Recordings/Discussions
Background Information
Performer Bios

Poet/Composer Bios

Additional Information

Biographies of Performers: Main Page | A | B | C | D | E | F | G | H | I | J | K | L | M | N | O | P | Q | R | S | T | U | V | W | X | Y | Z
Explanation | Acronyms | Missing Biographies | The Sad Corner

New York Collegium (Vocal & Instrumental Baroque Ensemble)

Founded: 1999 - New York City, New York, USA
Dissolved: 2010

Background

One of the minor mysteries of New York's musical scene has been the absence of a world-class resident period-instrument ensemble. Such groups have long flourished in Boston and San Francisco, not to mention throughout Europe, and they all attract enthusiastic audiences here whenever they come to visit. New York City had, briefly, a home-based period-instrument orchestra a few years earlier - the Classical Band - but despite generous funding, much musical talent in the ranks, and a high-profile early-music specialist from Britain (Trevor Pinnock) on the podium, that whole enterprise soon collapsed. Perhaps the newly formed New York Collegium hoped for better luck -- the initial omens were certainly favorable. The orchestra's president was Michael Feldman, who steered the Orchestra of St. Luke's to prominence more than twenty years earlier; Gustav Leonhardt, a Dutch harpsichordist and conductor who was one of the movement's founding fathers, served as Musical Director; and the musicians, among the city's best freelancers, were all experts in historical performance practices

Opeartion

The New York Collegium was an ensemble of players and singers dedicated to the music of the Baroque era, featuring historically authentic instruments and performance techniques. The artists of The New York Collegium were some of America’s best-known historic music specialists, and were featured performers in concert halls and music festivals throughout the world. The ensemble presented a subscription concert series in Manhattan, performing to a large and enthusiastic audience.

In a few short years, The New York Collegium earned a reputation as one of North America’s very finest baroque bands. Renowned conductor, author, and historian Andrew Parrott had distinguished the work of The Collegium with performances of the highest caliber and programs that connect music making to the social, political, religious and literary milieu of its creation. The ensemble’s players and singers were all specialists in performing in the musical styles of the 17th and 18th centuries; many were pioneers in the field of historically informed performance and have regularly performed in the most prestigious festivals and ensembles in Europe.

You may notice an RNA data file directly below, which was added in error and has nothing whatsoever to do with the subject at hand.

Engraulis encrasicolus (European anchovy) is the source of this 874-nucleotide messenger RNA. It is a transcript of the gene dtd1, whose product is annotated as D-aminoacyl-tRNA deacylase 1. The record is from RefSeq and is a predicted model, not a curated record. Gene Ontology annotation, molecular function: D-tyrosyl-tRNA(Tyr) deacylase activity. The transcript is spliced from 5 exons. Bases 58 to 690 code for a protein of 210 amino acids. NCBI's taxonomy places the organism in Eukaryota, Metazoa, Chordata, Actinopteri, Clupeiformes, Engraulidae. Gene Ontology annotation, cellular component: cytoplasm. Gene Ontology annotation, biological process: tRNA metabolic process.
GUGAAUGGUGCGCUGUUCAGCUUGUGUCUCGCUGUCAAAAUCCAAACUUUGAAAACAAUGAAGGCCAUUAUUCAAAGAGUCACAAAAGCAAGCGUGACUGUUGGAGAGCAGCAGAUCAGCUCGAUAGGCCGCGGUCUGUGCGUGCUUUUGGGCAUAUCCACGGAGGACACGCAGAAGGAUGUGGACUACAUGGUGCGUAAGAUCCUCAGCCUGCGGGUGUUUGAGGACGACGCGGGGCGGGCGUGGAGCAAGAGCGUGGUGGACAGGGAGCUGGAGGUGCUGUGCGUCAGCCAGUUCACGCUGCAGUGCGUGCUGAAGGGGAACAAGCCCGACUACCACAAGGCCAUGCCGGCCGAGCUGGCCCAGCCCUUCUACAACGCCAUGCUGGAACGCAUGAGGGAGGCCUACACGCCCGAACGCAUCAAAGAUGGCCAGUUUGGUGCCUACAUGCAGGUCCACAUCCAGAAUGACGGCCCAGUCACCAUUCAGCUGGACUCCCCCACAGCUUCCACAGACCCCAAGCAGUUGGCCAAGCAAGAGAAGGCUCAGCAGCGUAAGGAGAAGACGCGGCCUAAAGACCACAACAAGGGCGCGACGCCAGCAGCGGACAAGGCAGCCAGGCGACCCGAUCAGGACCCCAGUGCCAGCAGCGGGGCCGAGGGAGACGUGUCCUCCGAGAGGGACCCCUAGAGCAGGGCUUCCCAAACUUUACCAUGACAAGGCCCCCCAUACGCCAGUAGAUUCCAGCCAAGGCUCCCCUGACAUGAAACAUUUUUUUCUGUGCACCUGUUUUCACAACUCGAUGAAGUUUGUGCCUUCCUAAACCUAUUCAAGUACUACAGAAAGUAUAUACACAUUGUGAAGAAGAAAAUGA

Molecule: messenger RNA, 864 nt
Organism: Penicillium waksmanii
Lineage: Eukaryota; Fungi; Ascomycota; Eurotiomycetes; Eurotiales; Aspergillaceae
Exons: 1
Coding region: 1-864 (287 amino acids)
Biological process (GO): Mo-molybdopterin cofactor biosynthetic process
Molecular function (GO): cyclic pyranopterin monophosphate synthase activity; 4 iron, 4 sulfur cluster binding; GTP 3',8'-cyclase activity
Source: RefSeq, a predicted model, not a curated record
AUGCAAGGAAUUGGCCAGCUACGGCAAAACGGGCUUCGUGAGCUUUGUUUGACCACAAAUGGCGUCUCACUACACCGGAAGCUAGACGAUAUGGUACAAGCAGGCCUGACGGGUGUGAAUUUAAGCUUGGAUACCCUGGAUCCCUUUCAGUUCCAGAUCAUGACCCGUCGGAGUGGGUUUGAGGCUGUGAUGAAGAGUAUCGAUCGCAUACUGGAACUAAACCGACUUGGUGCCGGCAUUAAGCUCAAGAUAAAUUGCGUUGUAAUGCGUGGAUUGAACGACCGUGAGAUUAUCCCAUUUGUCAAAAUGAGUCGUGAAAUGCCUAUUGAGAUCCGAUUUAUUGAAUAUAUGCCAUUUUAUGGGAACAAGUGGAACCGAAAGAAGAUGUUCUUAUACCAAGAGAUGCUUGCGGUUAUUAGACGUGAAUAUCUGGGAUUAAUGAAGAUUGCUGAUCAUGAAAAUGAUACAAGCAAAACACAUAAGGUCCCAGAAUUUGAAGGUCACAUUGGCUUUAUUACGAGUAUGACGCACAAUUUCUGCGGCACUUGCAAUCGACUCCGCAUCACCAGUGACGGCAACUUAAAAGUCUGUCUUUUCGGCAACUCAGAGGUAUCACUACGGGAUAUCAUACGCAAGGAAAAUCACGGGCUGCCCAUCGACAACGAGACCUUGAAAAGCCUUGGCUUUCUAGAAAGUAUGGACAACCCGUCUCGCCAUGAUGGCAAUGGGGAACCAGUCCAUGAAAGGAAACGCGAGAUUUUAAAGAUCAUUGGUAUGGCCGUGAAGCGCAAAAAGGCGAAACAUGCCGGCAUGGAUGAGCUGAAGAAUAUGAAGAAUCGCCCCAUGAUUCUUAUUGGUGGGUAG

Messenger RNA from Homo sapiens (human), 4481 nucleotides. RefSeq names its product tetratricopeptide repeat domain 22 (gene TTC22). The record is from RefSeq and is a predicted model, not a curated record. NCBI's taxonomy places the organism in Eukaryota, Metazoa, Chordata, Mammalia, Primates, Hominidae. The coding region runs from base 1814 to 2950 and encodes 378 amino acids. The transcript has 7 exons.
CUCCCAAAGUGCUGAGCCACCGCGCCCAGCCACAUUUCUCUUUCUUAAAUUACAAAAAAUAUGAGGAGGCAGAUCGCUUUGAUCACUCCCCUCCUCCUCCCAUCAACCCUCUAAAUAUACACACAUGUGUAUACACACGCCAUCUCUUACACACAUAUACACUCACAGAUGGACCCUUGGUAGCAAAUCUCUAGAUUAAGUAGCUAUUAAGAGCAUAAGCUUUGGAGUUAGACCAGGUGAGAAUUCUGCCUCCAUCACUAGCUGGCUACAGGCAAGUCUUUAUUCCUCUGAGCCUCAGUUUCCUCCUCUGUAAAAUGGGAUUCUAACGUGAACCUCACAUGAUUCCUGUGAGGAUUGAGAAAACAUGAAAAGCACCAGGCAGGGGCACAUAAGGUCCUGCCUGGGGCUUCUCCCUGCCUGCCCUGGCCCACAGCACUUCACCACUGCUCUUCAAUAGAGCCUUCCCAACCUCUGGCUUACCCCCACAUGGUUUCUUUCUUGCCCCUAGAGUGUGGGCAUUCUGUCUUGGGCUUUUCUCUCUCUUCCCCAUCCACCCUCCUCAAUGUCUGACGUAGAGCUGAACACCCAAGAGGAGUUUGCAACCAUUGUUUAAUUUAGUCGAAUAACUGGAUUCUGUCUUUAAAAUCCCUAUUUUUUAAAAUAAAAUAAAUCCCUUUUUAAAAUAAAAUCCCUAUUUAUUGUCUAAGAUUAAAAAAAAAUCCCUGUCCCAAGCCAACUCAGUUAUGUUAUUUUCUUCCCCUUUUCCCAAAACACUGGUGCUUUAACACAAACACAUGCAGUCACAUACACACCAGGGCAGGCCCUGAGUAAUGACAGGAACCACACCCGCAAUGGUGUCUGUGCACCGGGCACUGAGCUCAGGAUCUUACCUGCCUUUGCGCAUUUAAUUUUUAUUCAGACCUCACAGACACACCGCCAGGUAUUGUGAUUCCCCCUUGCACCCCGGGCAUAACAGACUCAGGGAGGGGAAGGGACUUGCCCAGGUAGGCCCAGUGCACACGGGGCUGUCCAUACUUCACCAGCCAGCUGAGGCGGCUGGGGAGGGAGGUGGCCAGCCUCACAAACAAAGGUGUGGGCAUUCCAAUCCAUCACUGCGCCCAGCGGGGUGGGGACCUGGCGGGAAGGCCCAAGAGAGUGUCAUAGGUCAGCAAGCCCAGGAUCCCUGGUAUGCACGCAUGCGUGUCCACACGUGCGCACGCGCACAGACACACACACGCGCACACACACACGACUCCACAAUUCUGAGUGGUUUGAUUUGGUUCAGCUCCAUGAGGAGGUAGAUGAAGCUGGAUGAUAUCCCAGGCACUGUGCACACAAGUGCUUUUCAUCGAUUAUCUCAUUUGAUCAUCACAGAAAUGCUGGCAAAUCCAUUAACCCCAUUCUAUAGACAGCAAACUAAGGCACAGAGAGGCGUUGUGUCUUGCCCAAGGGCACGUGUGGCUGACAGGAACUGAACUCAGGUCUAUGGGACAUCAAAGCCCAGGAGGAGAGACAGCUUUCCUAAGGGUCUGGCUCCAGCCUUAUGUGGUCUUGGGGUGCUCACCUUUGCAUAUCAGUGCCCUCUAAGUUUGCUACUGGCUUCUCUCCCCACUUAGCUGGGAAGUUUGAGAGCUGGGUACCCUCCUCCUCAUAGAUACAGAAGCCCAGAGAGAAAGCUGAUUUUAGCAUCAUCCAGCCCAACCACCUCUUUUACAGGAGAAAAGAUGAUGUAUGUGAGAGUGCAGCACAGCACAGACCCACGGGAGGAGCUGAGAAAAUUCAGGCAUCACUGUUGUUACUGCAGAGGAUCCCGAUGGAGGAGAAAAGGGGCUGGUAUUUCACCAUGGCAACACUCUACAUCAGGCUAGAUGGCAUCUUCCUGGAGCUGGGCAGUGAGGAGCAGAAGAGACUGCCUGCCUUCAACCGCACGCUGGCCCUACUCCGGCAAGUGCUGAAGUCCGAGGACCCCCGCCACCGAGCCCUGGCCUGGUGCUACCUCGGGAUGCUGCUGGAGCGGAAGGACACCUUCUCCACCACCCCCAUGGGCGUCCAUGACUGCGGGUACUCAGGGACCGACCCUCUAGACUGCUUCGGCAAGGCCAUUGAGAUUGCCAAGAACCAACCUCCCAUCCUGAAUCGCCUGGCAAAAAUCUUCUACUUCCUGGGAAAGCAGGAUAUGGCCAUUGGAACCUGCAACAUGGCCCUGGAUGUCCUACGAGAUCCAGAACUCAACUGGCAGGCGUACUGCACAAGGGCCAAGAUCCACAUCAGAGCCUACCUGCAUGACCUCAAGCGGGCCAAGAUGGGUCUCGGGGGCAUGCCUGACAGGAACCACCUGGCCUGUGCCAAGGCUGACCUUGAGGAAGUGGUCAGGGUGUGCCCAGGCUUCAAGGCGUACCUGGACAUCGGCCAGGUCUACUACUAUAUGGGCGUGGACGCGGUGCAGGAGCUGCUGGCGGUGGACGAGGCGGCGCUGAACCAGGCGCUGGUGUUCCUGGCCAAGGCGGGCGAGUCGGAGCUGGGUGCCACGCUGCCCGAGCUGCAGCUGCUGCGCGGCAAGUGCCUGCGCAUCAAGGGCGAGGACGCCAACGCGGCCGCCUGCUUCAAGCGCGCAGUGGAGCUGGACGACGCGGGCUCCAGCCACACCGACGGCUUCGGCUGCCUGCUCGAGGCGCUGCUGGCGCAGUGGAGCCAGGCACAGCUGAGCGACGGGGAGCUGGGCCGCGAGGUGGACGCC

The New York Collegium was featured on broadcasts on WNYC New York Public Radio, WGBH in Boston, Colorado Public Radio and on National Public Radio (NPR)'s Performance Today, and made guest appearances at BAM (Brooklyn Academy of Music), The Metropolitan Museum and The Savannah Music Festival. A concert by The New York Collegium was the featured performance to open The Bach Festival of Philadelphia in March 2007.

The Collegium also maintained an innovative teaching residency in New York City public schools, providing recorder, percussion and classical guitar instruction to entire classrooms of 2nd to 8th grade children. Recorder virtuoso Nina Stern, the Director of Education for The New York Collegium, received honors for her educational work, including an Endicott Fellowship in 2003 and the “Early Music Brings History Alive” award from Early Music America in 2005.

Organizers Dissolve the New York Collegium

The New York Collegium, a period-instrument band that sometimes performed with a chorus, acknowledged in a news release signed by two of its directors on Saturday what had become apparent over several seasons: that it would no longer function as an independent entity. The Collegium, whose Web site still lists the English early-music specialist Andrew Parrott as its music director, gave its first concert in early 1999 and performed series through the 2006-2007 season. The name has since surfaced almost solely in connection with an annual workshop, the Clarion-Collegium Week, instituted in 2008 and shared with the Clarion Music Society. That society, founded in 1957 by the period-instrument pioneer Newell Jenkins, who died in 1996, has been revivified under Steven Fox, its artistic director since 2005. The Collegium “will dissolve and continue its legacy under the umbrella” of the Clarion society, the release said. The directors, evidently speaking for the full board, pointed to the Collegium’s successes, but added, “We nevertheless believe that the current economic environment will not support the sustainability of an independent Collegium.” Clarion, they said, has made clear its intention to add several Collegium directors to its board, to continue the Clarion-Collegium Week and to “maintain a relationship” with Andrew Parrott.

Music Directors

Gustav Leonhardt
Christophe Rousset
Andrew Parrott (2001-2010)

 

Source: Article in New York Magazine (Author: Peter G. Davis); Article in New York Times (Author: James R. Oestreich, September 19, 2010) New York Collegium Website (Version of September 15, 2008 from Internet Archive)
Contributed by
Aryeh Oron (January 2016)

Recordings of Bach Cantatas & Other Vocal Works

Conductor

As

Works

Paul Goodwin

Orchestra

BWV 244 [2nd, 2001, VHS]

Links to other Sites

New York Collegium (New York Magazine)
Organizers Dissolve the New York Collegium (NY Times)

New York Collegium (Wikipedia)
New York Collegium (Official Website)

Biographies of Performers: Main Page | A | B | C | D | E | F | G | H | I | J | K | L | M | N | O | P | Q | R | S | T | U | V | W | X | Y | Z
Explanation | Acronyms | Missing Biographies | The Sad Corner


Terms of Use | Privacy Policy | Copyright Policy | © 2000-2017 Bach Cantatas Website



 

Back to the Top


Last update: ýJanuary 26, 2016 ý13:48:18